Six thousand Sunday morning riders on Beach Road are on standby to help out should Victoria’s biggest ever heavy-load tow need extra power.
In the early hours of Sunday morning 650 tonnes of Loy Yang power generator will roll along Beaconsfield Parade to Webb Dock to be shipped away.
Three prime movers will be pulling at the front and one at the rear will be pushing the multi-wheeled “Super Load”.
Something could go wrong, right?
By our calculations all the riders on Beach Road – Melbourne’s fittest and finest – have the power to tow this monster, all 180 metres of it.
AGL, if something goes wrong, you know who to call.
Otherwise, the giant load should be out of the way of Sunday’s riders and into the port by 5am.
The generator starts its mover from Loy Yang Power Station in Gippsland to Webb Dock in Port Melbourne from today, reaching its destination on Sunday.
Due to its size, 180 metres long, 6.5 wide and 5.2 metres tall, other road users will not always be able to overtake the vehicle and it will at times need to travel on the wrong side of the road.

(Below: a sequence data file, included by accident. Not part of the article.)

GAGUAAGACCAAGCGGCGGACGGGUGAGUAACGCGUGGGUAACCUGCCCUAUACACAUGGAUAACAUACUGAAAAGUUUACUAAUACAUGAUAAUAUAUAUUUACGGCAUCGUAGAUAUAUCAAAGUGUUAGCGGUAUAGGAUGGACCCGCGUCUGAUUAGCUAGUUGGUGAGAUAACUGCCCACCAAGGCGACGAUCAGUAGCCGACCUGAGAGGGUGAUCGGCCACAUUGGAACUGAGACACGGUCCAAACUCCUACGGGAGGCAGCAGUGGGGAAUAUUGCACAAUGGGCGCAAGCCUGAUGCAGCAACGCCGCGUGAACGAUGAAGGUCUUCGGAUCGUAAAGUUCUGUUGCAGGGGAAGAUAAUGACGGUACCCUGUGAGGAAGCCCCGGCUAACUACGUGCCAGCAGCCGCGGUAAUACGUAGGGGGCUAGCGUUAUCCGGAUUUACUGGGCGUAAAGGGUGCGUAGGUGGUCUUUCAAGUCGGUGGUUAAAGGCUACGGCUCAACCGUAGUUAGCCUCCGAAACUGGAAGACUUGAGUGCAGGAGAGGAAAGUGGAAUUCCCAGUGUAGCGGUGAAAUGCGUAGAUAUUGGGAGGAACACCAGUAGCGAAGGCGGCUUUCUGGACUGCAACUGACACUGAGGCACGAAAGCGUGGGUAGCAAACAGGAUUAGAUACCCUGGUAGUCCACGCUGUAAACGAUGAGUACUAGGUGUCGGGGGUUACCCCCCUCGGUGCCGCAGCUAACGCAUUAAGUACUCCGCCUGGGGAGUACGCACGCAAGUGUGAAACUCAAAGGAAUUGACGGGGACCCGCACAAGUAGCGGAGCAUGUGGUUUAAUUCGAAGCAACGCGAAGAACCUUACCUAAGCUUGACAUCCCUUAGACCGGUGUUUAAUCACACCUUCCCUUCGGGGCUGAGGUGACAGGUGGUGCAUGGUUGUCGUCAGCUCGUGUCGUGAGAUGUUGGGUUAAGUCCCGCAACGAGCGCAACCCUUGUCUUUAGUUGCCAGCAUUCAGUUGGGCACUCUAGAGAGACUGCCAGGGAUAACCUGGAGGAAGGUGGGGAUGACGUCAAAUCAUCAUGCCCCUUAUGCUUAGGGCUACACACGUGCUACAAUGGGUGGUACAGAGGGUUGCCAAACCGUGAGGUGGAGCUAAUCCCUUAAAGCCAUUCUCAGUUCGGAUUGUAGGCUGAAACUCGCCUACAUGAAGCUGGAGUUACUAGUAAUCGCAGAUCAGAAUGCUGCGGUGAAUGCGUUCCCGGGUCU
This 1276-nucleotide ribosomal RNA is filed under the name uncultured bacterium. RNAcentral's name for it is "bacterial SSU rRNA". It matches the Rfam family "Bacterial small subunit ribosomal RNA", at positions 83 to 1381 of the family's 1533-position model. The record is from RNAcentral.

The average speed of the vehicle is 15 kilometres per hour which will decrease to 5 kilometres in built up areas and to cross bridges and culverts.
The first leg of the journey was on Thursday 1 February, from Loy Yang to Officer, where it will be parked in a stop-over site.
Sections of the road on the other side of the highway (towards Gippsland) will be closed as the load is unable to cross some bridges on the Melbourne bound lanes.
The second leg will take place between 9pm Friday 2 February and 5am Saturday 3 February when the convoy will make its way from Officer, along the Princes Highway and Heatherton Road, to the Dingley Bypass just before Warrigal Road.
On its final leg, the load will start its journey at 9pm Saturday 3 February from the Dingley bypass and travel along Warrigal Rd/North Rd/Nepean Rd/Beaconsfield Parade to Webb Dock in Port Melbourne where the generator will be loaded onto a cargo ship at about 5am Sunday 4 February.